Conservation of water not only helps to protect the environment, it also helps you save money on your water and wastewater bills. Click here for more tips from the EPA. Here are a few tips to help you conserve water in your home:
- Verify that your home is leak free. Many homes have unknown water leaks. Read your water meter before and after a one-hour period when no water is being used. The reading should be exactly the same, if not, you have a leak!
- Replace or repair leaky faucets.
- Check for toilet tank leaks by adding food coloring to the tank. If the toilet is leaking, color will appear in the toilet bowl within 30 minutes. (Food coloring may stain if left in the bowl, therefore, flush when finished.)
- If the toilet-handle frequently sticks in the flush position letting water run constantly, replace or adjust it.
- Install a toilet dam or place a brick in the tank to limit the water used when flushing.
- Take shorter showers. Set a timer and limit showers to 5 minutes.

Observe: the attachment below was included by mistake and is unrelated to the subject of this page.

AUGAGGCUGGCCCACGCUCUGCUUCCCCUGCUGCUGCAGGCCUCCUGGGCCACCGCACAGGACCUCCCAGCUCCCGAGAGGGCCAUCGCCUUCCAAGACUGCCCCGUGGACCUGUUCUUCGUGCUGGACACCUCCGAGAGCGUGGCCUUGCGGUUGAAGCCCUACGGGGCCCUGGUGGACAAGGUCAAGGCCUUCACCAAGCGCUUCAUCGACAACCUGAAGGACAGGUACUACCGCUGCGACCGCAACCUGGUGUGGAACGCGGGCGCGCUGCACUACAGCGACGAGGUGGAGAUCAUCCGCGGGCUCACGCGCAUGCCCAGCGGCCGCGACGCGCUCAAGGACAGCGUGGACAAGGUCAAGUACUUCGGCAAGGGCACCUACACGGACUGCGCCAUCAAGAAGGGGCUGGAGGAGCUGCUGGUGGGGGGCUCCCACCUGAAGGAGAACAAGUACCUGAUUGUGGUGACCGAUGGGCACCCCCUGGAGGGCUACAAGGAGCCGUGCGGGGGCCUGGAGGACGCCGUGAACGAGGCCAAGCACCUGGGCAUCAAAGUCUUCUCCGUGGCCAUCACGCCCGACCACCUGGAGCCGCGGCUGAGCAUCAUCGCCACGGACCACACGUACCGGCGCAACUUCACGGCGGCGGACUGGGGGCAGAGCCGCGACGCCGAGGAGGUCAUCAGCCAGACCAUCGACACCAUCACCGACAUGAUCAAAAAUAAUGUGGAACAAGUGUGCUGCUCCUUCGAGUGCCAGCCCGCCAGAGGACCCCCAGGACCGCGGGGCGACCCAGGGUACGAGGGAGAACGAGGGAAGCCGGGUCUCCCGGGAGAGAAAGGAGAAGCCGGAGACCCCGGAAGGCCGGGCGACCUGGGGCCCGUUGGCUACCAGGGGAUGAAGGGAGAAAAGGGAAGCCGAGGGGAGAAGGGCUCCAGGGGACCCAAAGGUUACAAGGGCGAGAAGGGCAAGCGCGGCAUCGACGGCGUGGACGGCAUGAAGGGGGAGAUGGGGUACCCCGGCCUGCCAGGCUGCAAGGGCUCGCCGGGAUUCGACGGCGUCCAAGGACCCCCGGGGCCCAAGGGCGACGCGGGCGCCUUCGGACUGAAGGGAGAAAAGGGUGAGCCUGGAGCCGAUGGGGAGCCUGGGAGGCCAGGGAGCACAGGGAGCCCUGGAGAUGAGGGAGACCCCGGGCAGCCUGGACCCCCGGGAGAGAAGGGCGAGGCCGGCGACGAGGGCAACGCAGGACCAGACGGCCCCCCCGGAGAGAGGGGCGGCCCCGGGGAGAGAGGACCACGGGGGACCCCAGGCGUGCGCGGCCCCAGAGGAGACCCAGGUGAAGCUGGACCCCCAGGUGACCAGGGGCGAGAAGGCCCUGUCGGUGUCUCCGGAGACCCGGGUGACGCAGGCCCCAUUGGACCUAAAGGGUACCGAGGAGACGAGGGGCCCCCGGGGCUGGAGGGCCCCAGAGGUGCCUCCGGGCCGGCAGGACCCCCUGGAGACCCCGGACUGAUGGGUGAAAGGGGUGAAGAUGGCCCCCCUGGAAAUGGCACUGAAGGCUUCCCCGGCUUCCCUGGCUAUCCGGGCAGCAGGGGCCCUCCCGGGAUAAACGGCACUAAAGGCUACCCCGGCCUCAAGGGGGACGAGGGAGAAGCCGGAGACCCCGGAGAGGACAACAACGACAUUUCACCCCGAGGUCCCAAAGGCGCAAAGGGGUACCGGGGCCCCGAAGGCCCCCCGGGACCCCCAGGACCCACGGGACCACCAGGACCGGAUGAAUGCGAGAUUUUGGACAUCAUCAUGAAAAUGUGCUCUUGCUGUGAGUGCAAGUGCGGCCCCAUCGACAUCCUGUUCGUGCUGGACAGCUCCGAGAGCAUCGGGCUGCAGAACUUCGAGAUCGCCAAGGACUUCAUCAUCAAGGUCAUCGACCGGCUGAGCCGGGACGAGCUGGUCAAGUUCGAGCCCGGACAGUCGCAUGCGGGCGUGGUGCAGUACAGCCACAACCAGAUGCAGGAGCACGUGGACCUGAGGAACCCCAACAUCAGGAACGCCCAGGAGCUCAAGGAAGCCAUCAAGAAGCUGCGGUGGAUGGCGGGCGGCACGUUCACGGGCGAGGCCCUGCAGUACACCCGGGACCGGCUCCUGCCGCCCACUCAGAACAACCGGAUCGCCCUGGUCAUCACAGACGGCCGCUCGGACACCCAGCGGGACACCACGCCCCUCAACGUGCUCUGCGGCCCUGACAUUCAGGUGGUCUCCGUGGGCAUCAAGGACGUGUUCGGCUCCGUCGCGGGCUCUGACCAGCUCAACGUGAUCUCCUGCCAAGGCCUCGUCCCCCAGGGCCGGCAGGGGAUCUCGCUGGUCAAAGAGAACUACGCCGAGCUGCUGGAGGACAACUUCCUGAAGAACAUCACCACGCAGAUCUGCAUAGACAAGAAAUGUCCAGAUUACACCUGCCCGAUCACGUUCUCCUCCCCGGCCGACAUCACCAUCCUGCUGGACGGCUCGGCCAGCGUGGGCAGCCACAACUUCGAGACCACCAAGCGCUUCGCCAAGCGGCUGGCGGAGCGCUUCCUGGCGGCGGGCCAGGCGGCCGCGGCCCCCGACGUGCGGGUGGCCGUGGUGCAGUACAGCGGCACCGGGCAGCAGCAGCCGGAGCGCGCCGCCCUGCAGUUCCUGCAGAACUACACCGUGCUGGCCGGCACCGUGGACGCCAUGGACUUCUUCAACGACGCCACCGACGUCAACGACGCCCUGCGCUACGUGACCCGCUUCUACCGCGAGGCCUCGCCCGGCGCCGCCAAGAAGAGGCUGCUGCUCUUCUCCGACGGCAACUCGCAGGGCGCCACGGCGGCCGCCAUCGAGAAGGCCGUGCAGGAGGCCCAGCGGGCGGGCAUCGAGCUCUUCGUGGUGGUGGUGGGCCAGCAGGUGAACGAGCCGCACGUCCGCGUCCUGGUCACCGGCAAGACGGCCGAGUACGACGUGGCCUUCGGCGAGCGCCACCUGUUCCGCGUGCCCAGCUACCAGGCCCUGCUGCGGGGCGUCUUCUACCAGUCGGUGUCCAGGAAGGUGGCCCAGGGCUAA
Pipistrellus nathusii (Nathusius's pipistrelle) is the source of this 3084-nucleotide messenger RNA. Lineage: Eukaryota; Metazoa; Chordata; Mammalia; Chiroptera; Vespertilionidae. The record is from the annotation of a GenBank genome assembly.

- Replace your showerhead with new flow restrictor heads. Turn water on to get wet; turn off to lather up; then turn back on to rinse off. Repeat when washing your hair.
- Place a bucket in the shower to catch excess water and use this to water plants.
- Operate automatic dishwashers and clothes washers only when they are fully loaded. Set the water to the appropriate level for the size of load you are using.
- Do not keep water running while shaving, facial cleansing, or brushing teeth.
- Store drinking water in the refrigerator instead of waiting for the tap water to cool.
- Defrost food overnight in the refrigerator or use the defrost setting on your microwave. Don’t use running water to thaw meat or other frozen foods.
- Insulate your water pipes. You’ll get hot water faster and avoid wasting water while it heats up.
- If you have a well, check your pump periodically. If the pump kicks on and off while water is not being used, you have a leak.
- Avoid flushing the toilet unnecessarily. Do not use the toilet as a trashcan.
- When washing the car, use a bucket. If you need to use a hose, make sure that it has a shut-off nozzle.
- Use your garden hose properly. Sweep driveways, sidewalks and porches instead of spraying them with a hose. Check the hose for leaks at the spigot and at the connection to another hose.
- Only water your lawn once a week. According to experts at Purdue University, one inch of water per week is all your lawn needs to remain healthy.
- Schedule watering in the morning between 4 and 7 A.M. Watering midday results in as much as 30% of water loss due to evaporation.
- When mowing, raise the blade on your lawn mower to three inches high. Taller grass holds water better.